Memory Alpha summary
Of particular interest in this debut of the Borg
...is the clash between Guinan and Q!
Let's start with Q. After his debut in the series pilot "Encounter at Farpoint" and follow-up appearance in "Hide and Q," the god-like being to end all franchise god-like beings is on-hand to help shove the series to new and greater heights, like a cue (heh) for everyone to acknowledge that to this point Next Generation had not really lived up to its potential.
Everyone loves Q, though, right? Do I have to do a hard sell for him here? Yet this is perhaps the only other time besides the concept of the trial in the pilot and reprised in the series finale ("All Good Things...") where he gets to be something other than an imp, can be taken seriously, because he forces Picard to acknowledge once and for all that humanity has much to learn. And it's the one and only time he scores on that point, too, beyond a shadow of a doubt.
By introducing the Borg. Yes, the first season teased these most formidable of foes, but it took until "Q Who?" to not only to know what they actually look like, but what they are, what they represent, and that, yeah, they really are like nothing Star Trek had seen before.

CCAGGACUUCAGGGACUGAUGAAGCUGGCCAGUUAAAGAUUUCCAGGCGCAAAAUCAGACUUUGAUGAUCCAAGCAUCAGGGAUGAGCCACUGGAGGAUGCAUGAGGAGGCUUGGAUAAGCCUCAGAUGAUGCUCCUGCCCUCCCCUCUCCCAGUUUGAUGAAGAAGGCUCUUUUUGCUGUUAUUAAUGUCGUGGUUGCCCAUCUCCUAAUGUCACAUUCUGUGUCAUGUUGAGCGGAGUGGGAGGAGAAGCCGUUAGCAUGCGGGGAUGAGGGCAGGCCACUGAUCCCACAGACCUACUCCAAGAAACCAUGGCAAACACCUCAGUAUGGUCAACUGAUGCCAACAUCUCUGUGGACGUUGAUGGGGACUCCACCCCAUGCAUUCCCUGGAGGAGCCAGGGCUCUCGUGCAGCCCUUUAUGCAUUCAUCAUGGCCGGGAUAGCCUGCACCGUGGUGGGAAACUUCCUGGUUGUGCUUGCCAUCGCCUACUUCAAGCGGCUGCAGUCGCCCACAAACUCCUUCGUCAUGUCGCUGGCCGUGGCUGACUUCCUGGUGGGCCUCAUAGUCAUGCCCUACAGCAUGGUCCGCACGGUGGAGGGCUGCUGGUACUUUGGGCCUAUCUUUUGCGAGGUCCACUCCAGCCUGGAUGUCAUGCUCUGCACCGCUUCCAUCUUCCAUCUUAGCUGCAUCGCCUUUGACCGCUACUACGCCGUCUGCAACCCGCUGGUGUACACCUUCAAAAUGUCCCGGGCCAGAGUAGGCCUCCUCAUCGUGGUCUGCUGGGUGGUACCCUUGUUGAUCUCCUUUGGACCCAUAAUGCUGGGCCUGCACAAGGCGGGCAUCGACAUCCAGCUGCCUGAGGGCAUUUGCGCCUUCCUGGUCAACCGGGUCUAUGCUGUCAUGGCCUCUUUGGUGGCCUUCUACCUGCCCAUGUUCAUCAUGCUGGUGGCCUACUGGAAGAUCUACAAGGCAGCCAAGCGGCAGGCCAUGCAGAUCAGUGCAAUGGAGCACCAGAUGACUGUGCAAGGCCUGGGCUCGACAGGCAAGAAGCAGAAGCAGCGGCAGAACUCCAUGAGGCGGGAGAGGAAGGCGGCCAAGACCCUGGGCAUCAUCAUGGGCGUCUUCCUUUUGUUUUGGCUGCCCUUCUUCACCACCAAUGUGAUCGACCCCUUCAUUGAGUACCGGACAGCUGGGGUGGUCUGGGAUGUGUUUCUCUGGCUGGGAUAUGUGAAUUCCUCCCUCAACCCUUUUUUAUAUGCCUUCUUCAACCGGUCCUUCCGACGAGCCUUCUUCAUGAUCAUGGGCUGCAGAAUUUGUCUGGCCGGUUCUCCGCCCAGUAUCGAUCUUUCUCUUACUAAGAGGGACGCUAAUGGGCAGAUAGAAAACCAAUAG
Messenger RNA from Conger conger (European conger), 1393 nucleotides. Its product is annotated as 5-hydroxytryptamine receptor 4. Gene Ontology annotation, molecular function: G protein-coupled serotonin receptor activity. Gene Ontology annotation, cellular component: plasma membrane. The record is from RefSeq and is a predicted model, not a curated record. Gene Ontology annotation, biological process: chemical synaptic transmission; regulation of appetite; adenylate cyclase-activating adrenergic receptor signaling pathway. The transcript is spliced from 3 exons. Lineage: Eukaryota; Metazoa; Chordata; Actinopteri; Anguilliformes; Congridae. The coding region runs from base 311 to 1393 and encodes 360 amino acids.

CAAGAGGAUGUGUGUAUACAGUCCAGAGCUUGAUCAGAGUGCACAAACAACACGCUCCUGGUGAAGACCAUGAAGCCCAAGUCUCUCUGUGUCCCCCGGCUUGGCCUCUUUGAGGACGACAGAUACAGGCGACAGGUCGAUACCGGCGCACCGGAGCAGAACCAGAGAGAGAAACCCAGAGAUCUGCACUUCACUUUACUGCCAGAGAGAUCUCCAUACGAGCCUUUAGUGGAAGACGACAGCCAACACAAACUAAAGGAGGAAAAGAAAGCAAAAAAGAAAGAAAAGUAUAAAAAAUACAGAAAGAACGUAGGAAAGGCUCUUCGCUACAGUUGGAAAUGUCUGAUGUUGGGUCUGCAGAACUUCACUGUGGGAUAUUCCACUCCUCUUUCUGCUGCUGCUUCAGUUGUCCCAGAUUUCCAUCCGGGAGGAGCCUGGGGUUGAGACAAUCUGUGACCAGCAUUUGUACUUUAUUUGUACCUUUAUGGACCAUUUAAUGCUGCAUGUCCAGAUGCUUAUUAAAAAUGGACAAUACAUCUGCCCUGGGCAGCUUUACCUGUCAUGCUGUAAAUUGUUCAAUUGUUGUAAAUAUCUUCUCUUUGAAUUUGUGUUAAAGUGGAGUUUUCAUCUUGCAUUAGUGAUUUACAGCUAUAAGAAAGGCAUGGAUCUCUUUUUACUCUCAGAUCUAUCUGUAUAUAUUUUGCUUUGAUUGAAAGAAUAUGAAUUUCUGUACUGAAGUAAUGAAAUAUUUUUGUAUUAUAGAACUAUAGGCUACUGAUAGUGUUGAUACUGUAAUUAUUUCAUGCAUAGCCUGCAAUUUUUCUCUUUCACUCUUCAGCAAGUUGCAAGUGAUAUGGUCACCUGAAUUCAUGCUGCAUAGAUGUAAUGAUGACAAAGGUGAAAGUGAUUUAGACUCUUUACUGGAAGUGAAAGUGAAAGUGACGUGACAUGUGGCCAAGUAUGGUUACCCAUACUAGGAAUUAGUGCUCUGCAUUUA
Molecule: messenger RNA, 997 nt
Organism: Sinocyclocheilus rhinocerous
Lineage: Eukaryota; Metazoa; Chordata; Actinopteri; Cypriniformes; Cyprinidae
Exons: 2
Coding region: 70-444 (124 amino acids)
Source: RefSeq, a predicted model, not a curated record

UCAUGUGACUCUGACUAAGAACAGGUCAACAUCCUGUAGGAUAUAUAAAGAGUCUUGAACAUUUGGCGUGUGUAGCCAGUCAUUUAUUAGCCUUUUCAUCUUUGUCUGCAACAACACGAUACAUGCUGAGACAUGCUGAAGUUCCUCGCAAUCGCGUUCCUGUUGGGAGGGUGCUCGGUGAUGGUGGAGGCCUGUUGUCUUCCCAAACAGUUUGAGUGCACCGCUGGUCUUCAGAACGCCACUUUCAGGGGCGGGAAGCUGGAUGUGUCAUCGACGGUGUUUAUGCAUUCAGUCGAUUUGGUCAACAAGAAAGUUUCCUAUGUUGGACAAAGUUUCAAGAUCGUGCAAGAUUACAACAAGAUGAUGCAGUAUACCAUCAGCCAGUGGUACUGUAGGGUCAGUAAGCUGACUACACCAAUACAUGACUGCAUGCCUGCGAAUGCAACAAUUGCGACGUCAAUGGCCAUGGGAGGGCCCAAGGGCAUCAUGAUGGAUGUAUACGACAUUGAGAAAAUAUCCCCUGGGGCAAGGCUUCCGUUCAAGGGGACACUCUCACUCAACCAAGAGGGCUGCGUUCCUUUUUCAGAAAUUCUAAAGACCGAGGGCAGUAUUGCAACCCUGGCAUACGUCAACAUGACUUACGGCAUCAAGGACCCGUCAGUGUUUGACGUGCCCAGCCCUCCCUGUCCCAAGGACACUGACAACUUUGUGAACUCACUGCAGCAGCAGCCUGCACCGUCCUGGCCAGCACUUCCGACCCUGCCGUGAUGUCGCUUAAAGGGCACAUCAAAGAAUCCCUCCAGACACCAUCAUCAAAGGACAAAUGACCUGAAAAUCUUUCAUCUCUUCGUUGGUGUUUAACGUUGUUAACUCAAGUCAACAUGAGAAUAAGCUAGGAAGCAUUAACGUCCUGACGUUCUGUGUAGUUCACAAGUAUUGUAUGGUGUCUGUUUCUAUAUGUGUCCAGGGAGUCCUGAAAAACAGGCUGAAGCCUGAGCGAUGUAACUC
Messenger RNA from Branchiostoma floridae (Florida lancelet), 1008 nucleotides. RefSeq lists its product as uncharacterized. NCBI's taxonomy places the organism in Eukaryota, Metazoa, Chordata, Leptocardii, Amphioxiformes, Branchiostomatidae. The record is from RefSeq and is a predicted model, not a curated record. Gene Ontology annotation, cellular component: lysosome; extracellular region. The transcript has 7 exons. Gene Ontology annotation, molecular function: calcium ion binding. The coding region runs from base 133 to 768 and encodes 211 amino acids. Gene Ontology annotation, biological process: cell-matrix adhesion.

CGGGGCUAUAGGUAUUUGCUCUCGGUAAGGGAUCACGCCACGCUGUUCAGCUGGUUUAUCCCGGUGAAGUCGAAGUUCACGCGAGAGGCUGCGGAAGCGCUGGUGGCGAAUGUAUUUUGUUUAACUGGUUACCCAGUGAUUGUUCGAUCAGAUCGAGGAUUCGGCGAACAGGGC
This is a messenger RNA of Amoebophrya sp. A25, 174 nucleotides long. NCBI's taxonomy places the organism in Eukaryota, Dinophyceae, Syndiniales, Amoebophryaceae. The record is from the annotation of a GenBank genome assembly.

I call this a classic although it's to be understood that "Q Who?" doesn't really compare to the series high point, "The Best of Both Worlds," in which the Borg make their biggest-ever impact, in effect giving Next Generation its lasting legacy. For one the look of the Borg isn't quite nailed, although everything else is, including their cube ships that are perhaps more distinctive and menacing than any drone could ever hope to be. The menace of the cube is amply demonstrated all right...
Besides Q and the Borg, there's also Guinan. Throughout the series but especially in her debut season the amiable bartender existed in an impenetrable air of mystery, and only sometimes is there any real attempt to dispel it. Even after two additional appearances in the movies, the portrait remains unfinished, even though she emerges as less than she's suggested to be in moments like the one that helps make "Q Who?" that much more impactful. She is in fact presented as a legitimate threat to Q. Which ends up being, for anyone knows based on all remaining evidence, a wild overstatement, but in this moment it does more than any prior appearance to prove how important Guinan really is. Like Q she ultimately transcends any efforts to limit her despite growing familiarity doing its keen best.
So that's a lot to chew on. Aside from "Measure of a Man," it's hard to conceive of another episode from the first two seasons as significant or worthy of significance as "Q Who?," and that's really all you need to know if you're looking for a simple enough recommendation.
four quarter analysis
franchise * series * essential * character
John De Lancie